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Unless I prove false traitor to myself.
Yet I will woo for him: but yet so coldly,
Gentlewoman, good day! I pray you be my mean
Jul. From my master, Sir Proteus, madam.
Sil. Ursula, bring my picture there.
Jul. Madam, please you peruse this letter.-
Sil. I pray thee let me look on that again.
I will not look upon your master's lines:
I know they are stuffed with protestations,
And full of new-found oaths; which he will break
Jul. Madam, he sends your ladyship this ring.
For, I have heard him say a thousand times,
His Julia gave it him at his departure:
Though his false finger hath profaned the ring,
Jul. She thanks you.
Sil. What say'st thou?
Jul. I thank you, madam, that you tender her: Poor gentlewoman! my master wrongs her much.
Sil. Dost thou know her?
Jul. Almost as well as I do know myself: To think upon her woes, I do protest,
That I have wept a hundred several times.
Sil. Belike, she thinks that Proteus hath forsook her.
Jul. I think she doth, and that's her cause of sorrow.
Jul. She hath been fairer, madam, than she is:
Jul. About my stature: for, at Pentecost,
Sil. She is beholden to thee, gentle youth!
Alas, poor lady! desolate and left!
I weep myself, to think upon thy words.
Here, youth, there is my purse; I give thee this
For thy sweet mistress' sake, because thou lov'st her. Farewell.
1 i. e. in good earnest, tout de bon.
Jul. And she shall thank you for't, if e'er
A virtuous gentlewoman, mild, and beautiful.
Her eyes are gray as glass; and so are mine:
Thou shalt be worshipped, kissed, loved, and adored;
My substance should be statue in thy stead.
I should have scratched out your unseeing eyes,
To make my master out of love with thee.
1 Regardful. V. Merchant of Venice, Act V. Sc. I.
2 The word statue was formerly used to express a portrait, and sometimes a statue was called a picture.
Egl. The sun begins to gild the western sky;
That Silvia, at friar Patrick's cell, should meet me.
See where she comes; Lady, a happy evening!
I fear I am attended by some spies.
Egl. Fear not: the forest is not three leagues off:
If we recover that, we are sure enough.
SCENE II. The same.
A Room in the Duke's
Enter THURIO, PROTEUS, and JULIA.
Thu. Sir Proteus, what says Silvia to my suit?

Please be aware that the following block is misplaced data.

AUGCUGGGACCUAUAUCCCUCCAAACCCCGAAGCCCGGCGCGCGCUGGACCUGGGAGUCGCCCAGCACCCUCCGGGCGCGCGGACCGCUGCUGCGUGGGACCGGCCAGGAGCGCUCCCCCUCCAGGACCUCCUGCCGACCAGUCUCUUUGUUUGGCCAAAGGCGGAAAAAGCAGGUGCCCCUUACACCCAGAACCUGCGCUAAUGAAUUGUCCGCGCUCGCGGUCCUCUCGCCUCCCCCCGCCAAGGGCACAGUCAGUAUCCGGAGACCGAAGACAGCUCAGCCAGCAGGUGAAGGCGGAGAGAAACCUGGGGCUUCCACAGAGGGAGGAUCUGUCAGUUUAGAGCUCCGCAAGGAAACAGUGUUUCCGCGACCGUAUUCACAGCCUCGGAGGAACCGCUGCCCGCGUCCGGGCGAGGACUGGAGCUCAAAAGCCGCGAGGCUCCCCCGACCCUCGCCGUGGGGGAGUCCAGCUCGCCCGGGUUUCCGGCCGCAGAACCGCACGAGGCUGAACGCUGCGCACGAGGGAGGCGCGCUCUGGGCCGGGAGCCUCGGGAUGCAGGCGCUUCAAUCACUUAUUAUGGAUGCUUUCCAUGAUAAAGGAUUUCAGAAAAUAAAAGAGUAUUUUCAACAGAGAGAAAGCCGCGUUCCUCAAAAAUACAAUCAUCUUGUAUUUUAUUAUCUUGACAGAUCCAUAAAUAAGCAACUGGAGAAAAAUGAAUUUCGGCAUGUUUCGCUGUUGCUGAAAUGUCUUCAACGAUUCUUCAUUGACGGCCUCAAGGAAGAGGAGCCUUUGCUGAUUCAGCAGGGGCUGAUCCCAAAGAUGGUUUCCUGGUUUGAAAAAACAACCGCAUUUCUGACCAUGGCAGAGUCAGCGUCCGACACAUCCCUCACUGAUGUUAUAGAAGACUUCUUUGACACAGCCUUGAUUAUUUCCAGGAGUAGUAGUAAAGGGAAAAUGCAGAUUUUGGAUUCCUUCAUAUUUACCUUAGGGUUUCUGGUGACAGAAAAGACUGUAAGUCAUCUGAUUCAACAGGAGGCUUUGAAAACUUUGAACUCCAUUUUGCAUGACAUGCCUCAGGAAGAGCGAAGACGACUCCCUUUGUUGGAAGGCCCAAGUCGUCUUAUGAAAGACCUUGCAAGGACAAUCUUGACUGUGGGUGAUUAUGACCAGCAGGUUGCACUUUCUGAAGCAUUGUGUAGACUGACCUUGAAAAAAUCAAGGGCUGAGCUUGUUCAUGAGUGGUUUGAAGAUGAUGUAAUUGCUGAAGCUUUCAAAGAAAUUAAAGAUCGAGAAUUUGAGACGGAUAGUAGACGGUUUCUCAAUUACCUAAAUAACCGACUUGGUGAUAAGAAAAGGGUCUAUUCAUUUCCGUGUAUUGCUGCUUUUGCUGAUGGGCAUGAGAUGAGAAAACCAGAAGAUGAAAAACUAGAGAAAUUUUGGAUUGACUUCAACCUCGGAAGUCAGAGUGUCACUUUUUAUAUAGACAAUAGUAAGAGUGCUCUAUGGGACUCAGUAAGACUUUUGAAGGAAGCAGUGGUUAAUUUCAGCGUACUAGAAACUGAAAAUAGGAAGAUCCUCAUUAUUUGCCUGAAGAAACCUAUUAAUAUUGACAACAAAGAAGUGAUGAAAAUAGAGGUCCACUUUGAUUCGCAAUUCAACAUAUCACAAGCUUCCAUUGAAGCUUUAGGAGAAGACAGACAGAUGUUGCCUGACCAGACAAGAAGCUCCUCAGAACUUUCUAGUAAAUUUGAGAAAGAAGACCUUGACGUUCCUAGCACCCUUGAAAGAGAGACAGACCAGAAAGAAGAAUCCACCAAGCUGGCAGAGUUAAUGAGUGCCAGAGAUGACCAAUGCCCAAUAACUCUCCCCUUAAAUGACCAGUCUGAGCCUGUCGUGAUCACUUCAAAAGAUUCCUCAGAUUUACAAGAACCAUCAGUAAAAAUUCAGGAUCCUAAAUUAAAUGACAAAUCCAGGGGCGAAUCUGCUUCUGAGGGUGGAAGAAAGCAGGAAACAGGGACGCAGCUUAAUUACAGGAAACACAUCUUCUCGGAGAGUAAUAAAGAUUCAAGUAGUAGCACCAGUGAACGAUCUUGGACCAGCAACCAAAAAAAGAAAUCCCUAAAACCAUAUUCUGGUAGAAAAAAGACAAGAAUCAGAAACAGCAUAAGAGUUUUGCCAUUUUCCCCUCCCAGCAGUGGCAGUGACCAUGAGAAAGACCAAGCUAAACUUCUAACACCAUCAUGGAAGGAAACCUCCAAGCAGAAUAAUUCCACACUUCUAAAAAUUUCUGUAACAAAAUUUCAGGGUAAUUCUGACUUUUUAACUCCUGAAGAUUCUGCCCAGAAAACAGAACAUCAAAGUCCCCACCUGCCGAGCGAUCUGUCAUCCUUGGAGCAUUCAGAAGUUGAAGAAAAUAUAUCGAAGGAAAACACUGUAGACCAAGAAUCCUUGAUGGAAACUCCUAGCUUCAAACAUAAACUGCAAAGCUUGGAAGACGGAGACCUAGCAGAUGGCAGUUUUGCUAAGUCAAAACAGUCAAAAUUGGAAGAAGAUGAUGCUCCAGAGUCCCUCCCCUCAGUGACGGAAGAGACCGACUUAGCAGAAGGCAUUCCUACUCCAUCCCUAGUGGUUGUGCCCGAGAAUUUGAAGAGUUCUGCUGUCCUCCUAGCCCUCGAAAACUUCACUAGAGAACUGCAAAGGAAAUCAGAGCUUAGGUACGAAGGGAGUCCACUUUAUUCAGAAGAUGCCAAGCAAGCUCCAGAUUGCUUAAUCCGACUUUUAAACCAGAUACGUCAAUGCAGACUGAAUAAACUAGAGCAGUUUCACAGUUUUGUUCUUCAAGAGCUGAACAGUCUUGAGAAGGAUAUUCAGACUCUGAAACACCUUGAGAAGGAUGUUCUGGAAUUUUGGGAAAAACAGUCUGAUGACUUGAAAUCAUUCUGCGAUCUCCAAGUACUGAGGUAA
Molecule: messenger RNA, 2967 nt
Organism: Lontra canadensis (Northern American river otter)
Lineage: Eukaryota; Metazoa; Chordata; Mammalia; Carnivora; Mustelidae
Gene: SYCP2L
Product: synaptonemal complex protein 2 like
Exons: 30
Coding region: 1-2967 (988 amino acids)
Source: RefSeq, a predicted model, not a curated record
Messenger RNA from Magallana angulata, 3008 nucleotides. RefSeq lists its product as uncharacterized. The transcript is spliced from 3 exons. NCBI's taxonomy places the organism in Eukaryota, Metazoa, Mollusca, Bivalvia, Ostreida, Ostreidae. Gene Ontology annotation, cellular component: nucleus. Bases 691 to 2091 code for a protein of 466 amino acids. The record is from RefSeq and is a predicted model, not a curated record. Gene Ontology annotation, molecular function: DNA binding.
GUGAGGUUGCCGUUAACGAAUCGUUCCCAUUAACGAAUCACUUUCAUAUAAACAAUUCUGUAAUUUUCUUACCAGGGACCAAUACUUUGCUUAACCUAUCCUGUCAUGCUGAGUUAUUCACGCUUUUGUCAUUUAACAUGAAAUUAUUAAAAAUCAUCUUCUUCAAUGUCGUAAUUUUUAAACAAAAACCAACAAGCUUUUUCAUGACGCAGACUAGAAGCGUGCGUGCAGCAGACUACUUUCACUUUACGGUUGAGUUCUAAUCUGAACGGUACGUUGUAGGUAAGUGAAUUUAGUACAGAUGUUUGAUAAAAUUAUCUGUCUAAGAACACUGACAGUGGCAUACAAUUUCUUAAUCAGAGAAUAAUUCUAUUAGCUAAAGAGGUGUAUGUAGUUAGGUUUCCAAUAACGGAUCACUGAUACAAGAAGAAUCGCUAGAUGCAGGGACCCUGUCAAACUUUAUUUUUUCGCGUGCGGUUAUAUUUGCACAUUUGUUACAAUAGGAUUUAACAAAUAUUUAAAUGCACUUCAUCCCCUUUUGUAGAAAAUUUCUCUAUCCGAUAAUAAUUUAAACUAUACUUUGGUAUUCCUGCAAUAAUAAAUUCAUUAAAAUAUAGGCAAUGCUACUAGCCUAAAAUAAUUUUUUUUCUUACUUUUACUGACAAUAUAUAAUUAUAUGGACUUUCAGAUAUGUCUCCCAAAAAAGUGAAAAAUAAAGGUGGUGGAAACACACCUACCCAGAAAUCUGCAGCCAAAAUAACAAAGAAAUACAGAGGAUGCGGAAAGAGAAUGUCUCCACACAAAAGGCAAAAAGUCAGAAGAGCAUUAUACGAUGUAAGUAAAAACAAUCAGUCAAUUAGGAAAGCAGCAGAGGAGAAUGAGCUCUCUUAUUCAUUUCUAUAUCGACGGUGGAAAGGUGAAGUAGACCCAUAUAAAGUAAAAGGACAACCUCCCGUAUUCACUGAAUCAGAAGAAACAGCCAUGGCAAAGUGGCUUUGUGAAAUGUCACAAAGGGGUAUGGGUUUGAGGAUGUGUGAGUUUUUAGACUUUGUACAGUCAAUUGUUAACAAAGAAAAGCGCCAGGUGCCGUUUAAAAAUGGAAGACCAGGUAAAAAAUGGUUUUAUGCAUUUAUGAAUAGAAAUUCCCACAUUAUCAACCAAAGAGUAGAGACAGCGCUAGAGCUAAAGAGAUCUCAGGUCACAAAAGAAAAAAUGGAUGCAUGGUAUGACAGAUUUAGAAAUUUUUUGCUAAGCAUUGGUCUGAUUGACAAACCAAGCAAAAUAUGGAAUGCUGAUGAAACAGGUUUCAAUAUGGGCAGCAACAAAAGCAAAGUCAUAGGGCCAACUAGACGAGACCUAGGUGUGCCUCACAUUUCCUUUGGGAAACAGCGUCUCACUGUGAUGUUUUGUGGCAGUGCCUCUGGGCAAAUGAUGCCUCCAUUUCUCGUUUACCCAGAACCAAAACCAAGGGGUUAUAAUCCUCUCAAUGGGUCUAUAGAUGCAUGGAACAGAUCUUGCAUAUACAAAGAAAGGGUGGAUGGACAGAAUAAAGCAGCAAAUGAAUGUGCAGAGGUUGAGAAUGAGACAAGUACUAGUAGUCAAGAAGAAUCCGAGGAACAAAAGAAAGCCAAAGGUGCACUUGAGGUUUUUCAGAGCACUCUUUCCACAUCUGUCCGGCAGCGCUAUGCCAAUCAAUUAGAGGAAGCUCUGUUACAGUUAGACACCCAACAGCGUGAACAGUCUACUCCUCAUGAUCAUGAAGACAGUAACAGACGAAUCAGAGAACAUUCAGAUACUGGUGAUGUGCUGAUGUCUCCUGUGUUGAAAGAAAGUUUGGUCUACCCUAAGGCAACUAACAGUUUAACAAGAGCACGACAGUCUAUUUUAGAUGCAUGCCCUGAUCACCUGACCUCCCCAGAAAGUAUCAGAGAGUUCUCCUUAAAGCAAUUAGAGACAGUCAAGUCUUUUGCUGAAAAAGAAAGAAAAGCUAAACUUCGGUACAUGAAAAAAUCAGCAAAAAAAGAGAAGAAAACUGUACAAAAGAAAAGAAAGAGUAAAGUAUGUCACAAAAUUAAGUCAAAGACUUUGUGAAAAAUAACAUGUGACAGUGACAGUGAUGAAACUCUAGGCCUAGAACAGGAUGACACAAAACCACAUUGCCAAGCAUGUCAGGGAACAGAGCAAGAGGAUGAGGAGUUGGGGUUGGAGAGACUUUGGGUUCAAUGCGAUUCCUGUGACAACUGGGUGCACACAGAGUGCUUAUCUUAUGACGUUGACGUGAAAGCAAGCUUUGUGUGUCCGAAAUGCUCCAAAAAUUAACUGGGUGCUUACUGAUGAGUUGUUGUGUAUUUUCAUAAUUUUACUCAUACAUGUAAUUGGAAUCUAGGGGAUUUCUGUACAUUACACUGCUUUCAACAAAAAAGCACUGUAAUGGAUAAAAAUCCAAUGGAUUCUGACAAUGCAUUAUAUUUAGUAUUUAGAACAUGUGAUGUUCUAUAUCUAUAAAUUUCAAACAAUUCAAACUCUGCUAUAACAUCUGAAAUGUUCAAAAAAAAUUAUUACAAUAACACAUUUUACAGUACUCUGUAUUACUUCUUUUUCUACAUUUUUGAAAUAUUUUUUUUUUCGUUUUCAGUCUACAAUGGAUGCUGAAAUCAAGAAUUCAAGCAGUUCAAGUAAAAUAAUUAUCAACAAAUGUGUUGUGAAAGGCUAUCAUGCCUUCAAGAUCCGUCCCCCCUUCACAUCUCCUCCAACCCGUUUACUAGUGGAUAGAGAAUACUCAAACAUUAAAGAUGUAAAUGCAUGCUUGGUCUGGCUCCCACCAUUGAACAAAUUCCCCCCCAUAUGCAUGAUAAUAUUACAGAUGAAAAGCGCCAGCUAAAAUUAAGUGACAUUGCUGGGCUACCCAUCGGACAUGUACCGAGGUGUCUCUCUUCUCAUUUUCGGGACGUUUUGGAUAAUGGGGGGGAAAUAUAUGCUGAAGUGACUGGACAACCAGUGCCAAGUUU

Pro. No; that it is too little.
Thu. I'll wear a boot, to make it somewhat rounder. Pro. But love will not be spurred to what it loathes. Thu. What says she to my face?
Pro. She says it is a fair one.
Thu. Nay, then the wanton lies; my face is black. Pro. But pearls are fair; and the old saying is, Black men are pearls in beauteous ladies' eyes.
Jul. Tis true: such pearls as put out ladies' eyes; For I had rather wink than look on them.
Thu How likes she my discourse?
Thu. But weil when I discourse of love and peace? Jul. But better indeed, when you hold your peace.
Thu. What says she to my valor?
Pro. O. sir, she makes no doubt of that.
Jul. She needs not, when she knows it cowardice.
Thu. What says she to my birth?
Pro. That you are well derived.
Jul. True, from a gentleman to a fool.
Thu. Considers she my possessions?
Pro. O. ay; and pities them.
Jul. That such an ass should owe them. [Aside.
Pro. That they are out by lease.
Jul. Here comes the duke.
Duke. How now, Sir Proteus? how now, Thurio? Which of you saw Sir Eglamour of late?
Thu. Not I.
Pro. Nor I.
Duke. Why, then she's fled unto that peasant Val
And Eglamour is in her company.
'Tis true; for friar Laurence met them both,
1 i. e. possess them, own them.
2 By Thurio's possessions he himself understands his lands. But Proteus chooses to take the word likewise in a figurative sense, as signifying his mental endowments, and when he says they are out by lease, he means, that they are no longer enjoyed by their master (who is a fool), but are leased out to another.